Like millions of other Americans, I’m a Netflix subscriber who’s been enjoying the company’s recently expanded “Watch Instantly” feature. In fact, I’d been an early Netflix adopter who dropped the service when I realized I didn’t need movie rentals by mail (because I was already receiving too many review-copy DVDs to keep up with), but once Netflix made “Watch Instantly” available to Mac users and TiVo owners, I signed back on. I still don’t really need Netflix, but I’ve found it useful when working on some reviews or columns to have immediate access to a movie or TV show I’m referencing. Lately I’ve gotten in the habit of checking Netflix first for just about anything I want to see.
The problem, of course, is that the “Watch Instantly” section of Netflix doesn’t have anything close to a comprehensive selection. The ultimate dream for the media-savvy would be to have the ability to pull up any movie, TV show, piece of music, book, magazine article—anything we’d need, for entertainment or research—cheaply and legally. And though we’re moving closer to that ideal, we’re not quite there yet, due to rights issues, proprietary technology, and general uncertainty over whether there’s any way to make an unlimited media library profitable. (Though certainly Netflix, Apple and Amazon seem to be doing pretty well with their respective digital distribution channels.)
To be honest though, while I do want the all-access dream to become a reality, I can see some benefits to the way things are now. For example: Although Netflix doesn’t allow me to “Watch Instantly” anything I want, I can’t say that I’ve exhausted the all the available content that’s worth seeing. A lot of what Netfix has available to stream are documentaries and indie flicks that I missed the first time around, along with a lot of the old TV cop shows I love, a whole bunch of live footage of bands I like, some stand-up comedy, several Showtime series I haven’t seen, a fair amount of old movies… basically, I could watch something from Netflix via my TiVo every night for the next year and I’d still be finding more to check out.
Similarly, I pay for 90 downloads a month from eMusic, and though I can’t rely on the service to have all the new music I’m looking for, I currently have some 250 albums on my “save for later” list, and I add about two or three new ones a week. And though I was initially dismayed to find that Amazon's Kindle store contains far more recent best-sellers than older titles, I've since learned that I can load free books from Project Gutenberg onto the Kindle, and thus could conceivably use the device for the rest of my life and never pay a dime for content.
I was interviewing singer-songwriter-actor Will Oldham recently, and he registered some complaints about the modern trend toward connectivity and digitization. Oldham’s kind of a complainer by nature—as you’ll see when the interview runs—but I’m somewhat sympathetic to his concerns. I use my cell phone only when I’m traveling, so I can call home without having to scramble back to my hotel room (or find an increasingly rare pay phone). But I only turn the phone on when I’m making the call, and then I turn it back off again. I'm just not a cell phone guy. In fact, when I walk through the college campus near my house and see nearly every kid talking on the phone between classes, I have a hard time understanding what they’re up to. Who are they talking to? What are they talking about? What’s so important that they have to call now? Then I remember that I didn’t grow up in a cell-phone-saturated society the way these kids did, so I can't fully understand their habits. Besides, many of my knee-jerk complaints about habitual cell phone use are similar to those leveled at my Walkman/Discman/iPod generation by our parents and grandparents.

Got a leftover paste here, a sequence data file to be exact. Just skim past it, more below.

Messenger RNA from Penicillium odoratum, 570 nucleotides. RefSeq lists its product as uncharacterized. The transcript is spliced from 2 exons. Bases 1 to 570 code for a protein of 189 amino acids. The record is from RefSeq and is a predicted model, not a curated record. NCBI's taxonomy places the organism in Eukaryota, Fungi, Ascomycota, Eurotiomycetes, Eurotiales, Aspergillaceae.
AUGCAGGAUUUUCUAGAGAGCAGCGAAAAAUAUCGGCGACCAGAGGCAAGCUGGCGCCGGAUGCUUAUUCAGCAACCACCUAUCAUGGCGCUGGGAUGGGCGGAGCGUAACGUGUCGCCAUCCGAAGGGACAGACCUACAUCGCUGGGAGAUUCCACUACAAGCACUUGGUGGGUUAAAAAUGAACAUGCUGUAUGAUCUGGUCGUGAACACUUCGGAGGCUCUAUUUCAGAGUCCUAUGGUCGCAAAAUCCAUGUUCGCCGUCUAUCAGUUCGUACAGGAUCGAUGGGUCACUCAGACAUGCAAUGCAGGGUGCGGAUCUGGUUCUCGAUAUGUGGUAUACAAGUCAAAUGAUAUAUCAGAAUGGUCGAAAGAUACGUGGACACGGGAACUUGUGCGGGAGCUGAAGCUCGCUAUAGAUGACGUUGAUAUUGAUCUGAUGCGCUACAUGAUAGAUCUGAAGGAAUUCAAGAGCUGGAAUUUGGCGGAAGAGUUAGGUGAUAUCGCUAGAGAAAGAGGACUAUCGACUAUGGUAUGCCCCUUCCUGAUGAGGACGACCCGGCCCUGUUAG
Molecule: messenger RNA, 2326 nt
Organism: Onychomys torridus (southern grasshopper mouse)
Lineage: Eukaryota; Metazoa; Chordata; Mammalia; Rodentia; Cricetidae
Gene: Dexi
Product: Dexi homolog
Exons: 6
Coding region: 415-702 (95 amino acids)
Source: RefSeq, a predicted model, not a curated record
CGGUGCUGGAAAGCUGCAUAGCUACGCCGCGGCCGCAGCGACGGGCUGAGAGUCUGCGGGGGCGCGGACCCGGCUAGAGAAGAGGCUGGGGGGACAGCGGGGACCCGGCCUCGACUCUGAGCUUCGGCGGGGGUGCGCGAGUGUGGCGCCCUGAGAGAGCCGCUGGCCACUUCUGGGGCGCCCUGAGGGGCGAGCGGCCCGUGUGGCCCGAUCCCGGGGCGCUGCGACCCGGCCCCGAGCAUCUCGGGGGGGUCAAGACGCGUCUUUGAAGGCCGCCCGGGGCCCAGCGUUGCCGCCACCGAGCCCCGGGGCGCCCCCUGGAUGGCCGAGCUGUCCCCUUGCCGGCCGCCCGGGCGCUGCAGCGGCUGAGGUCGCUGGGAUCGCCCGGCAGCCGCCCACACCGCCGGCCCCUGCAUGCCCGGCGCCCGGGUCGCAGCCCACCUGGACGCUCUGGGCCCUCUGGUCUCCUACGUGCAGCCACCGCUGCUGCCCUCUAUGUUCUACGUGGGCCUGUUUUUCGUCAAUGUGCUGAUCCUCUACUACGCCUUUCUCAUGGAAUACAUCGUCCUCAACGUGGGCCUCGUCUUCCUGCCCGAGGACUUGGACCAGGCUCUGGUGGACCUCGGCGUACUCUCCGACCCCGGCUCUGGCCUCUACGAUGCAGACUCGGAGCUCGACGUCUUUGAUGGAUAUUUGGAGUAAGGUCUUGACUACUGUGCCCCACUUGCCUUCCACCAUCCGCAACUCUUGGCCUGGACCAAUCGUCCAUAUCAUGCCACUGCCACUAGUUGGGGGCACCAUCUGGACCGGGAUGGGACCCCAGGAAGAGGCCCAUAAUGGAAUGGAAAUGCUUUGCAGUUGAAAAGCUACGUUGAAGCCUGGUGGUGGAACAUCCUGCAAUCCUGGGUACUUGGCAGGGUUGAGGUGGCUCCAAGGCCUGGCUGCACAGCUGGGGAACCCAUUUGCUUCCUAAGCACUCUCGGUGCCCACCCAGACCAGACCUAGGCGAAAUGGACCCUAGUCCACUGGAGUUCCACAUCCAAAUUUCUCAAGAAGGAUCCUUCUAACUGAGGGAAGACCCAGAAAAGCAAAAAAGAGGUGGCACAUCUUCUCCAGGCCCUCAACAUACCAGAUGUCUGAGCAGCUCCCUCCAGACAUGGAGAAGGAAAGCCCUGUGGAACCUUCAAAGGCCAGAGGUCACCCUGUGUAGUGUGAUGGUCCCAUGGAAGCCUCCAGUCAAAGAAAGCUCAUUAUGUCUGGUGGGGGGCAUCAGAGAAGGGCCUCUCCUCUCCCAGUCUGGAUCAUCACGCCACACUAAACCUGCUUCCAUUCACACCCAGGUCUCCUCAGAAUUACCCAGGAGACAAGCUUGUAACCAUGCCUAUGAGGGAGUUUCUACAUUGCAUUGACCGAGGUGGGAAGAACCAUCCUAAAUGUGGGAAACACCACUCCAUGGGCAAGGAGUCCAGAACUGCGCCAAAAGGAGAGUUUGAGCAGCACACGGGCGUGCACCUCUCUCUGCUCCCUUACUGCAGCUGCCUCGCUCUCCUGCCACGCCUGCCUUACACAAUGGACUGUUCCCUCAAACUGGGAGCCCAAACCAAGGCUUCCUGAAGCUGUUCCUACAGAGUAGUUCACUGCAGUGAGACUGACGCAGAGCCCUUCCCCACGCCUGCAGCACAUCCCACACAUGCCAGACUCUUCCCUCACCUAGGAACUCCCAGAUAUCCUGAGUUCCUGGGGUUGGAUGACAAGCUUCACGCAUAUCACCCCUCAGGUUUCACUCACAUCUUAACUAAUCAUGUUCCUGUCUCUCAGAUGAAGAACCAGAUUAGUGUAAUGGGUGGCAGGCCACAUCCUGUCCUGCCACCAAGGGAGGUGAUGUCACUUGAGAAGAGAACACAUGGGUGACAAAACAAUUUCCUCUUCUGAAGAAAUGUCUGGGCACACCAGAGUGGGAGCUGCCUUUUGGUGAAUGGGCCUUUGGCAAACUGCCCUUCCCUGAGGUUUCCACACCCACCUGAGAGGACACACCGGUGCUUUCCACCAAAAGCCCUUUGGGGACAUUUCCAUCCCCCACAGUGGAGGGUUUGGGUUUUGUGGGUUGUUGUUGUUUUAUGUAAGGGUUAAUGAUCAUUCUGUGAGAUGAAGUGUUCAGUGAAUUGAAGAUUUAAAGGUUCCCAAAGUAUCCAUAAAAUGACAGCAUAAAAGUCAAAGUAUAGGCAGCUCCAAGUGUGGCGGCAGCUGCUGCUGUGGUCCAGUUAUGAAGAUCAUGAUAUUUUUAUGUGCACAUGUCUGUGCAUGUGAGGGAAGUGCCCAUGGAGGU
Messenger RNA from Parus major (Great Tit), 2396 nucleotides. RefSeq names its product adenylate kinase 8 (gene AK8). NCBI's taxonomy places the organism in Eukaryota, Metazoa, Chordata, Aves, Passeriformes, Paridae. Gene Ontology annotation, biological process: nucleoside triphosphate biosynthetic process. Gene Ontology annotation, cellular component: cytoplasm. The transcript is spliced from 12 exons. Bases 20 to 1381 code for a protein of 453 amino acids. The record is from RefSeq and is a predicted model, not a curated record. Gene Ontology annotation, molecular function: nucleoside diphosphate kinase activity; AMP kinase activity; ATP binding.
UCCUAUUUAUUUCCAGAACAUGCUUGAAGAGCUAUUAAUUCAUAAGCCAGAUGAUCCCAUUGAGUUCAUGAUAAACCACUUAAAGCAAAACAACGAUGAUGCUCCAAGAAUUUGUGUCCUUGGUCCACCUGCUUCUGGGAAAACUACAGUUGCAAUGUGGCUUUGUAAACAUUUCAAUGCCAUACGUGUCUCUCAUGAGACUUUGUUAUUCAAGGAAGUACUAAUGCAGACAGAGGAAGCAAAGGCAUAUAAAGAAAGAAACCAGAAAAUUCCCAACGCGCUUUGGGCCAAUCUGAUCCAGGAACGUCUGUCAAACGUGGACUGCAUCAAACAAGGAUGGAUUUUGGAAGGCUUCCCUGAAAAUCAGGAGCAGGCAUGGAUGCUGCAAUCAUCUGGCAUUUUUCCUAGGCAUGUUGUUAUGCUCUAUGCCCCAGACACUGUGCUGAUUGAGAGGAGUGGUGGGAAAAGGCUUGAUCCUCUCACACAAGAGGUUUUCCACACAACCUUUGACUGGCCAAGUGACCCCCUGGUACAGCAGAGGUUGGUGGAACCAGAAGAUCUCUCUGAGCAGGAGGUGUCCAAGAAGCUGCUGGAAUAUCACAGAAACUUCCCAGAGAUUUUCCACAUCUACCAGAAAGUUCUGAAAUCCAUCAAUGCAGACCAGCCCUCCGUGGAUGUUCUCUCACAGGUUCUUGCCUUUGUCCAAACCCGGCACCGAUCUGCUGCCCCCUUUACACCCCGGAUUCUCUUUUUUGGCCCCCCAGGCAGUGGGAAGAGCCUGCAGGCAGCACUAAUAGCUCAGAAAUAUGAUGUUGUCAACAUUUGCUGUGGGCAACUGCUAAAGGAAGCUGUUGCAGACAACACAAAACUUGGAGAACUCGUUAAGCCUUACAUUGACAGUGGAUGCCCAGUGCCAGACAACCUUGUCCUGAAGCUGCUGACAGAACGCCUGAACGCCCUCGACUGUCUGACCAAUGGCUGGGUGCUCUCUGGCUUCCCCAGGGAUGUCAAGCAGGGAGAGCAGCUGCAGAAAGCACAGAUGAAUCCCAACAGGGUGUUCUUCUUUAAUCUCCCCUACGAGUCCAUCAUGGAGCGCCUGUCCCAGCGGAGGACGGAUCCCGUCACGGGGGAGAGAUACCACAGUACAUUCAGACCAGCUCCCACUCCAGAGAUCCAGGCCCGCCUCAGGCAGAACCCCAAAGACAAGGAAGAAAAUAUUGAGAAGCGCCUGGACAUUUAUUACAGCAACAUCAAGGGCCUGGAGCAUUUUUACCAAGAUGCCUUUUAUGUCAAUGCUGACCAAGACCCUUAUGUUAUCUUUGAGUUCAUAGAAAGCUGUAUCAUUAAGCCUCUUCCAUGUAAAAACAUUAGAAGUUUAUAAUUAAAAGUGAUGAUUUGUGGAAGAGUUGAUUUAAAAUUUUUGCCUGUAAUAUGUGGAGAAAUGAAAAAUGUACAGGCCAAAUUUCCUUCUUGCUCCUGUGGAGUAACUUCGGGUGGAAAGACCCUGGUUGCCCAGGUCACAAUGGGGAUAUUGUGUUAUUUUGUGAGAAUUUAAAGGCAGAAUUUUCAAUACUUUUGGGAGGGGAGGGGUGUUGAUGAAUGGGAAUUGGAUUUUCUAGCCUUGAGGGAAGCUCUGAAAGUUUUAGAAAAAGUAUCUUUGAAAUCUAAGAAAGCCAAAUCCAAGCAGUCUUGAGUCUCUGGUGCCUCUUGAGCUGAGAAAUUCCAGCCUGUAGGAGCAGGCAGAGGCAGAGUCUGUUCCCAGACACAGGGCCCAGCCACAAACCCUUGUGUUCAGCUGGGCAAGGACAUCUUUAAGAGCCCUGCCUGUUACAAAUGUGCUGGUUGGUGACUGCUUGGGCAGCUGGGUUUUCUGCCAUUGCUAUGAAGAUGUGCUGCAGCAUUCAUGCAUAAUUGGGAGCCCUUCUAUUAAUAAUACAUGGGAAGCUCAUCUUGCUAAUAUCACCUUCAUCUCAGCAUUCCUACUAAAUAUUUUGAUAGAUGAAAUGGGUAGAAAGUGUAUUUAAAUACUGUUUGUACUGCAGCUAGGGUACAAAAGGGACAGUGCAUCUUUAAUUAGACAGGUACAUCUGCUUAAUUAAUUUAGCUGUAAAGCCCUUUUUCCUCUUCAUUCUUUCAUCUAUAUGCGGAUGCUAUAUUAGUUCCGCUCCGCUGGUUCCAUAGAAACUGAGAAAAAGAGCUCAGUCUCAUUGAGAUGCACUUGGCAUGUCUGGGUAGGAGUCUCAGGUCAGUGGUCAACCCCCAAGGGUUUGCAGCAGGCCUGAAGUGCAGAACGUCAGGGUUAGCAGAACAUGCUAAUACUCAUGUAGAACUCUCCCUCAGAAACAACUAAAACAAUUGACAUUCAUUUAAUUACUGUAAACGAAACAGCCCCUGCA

Anyway, in every other aspect of our technologically advanced society, I’m more an go-with-the-flow-er than a Luddite. I’ve got my HDTV, my TiVo, my Blu-ray player, and my computer on which I stay connected via IM, e-mail, Twitter, Facebook, RSS feeds, and multiple on-line sources for music, video and text. I don’t dread the future of the printed word, because I’ve become accustomed to reading on an electronic screen (while following links to related content), and I’ve had no problem spending a half-hour or more just reading a long magazine article or a few chapters of a novel on my iPod, without falling prey to the other distractions that the device offers. (Or to eyestrain, for that matter)
And increasingly, I'm finding something romantic about the idea of the limited pools of content available on-line. The hundreds of fan-sites that used to pop up on search engines for seemingly every TV show or band have been winnowed down to a handful over the past decade. And on-line media outlets are shuttering almost as fast as their brethren in print. It all takes me back to the pre-cable days when the average TV watcher had about six channels to choose from (three networks, one PBS, and a couple of UHF) and the cultural conversation was more shared. Or—so as not to put everything in couch potato terms—it reminds me of visiting my grandmother’s small town during the summers of my boyhood, and picking through the kids’ section of the tiny public library until I’d read just about everything in it.
Let me reiterate: I’m for getting more movies, more books, more music, more everything available in the digital realm. And when I read articles like this one by Anthony Kaufman about all the great movies that used to be available on VHS but aren’t yet on DVD, I pine along with him. Then I remember that I’m still catching up with everything in the TCM, Fox Movie Channel and Starz/Encore libraries, along with all the old game shows, industrial films and music videos I can find on YouTube. True, not every movie you’d ever want to see is available to Watch Instantly on Netflix or the like. But have you seen all the movies that are?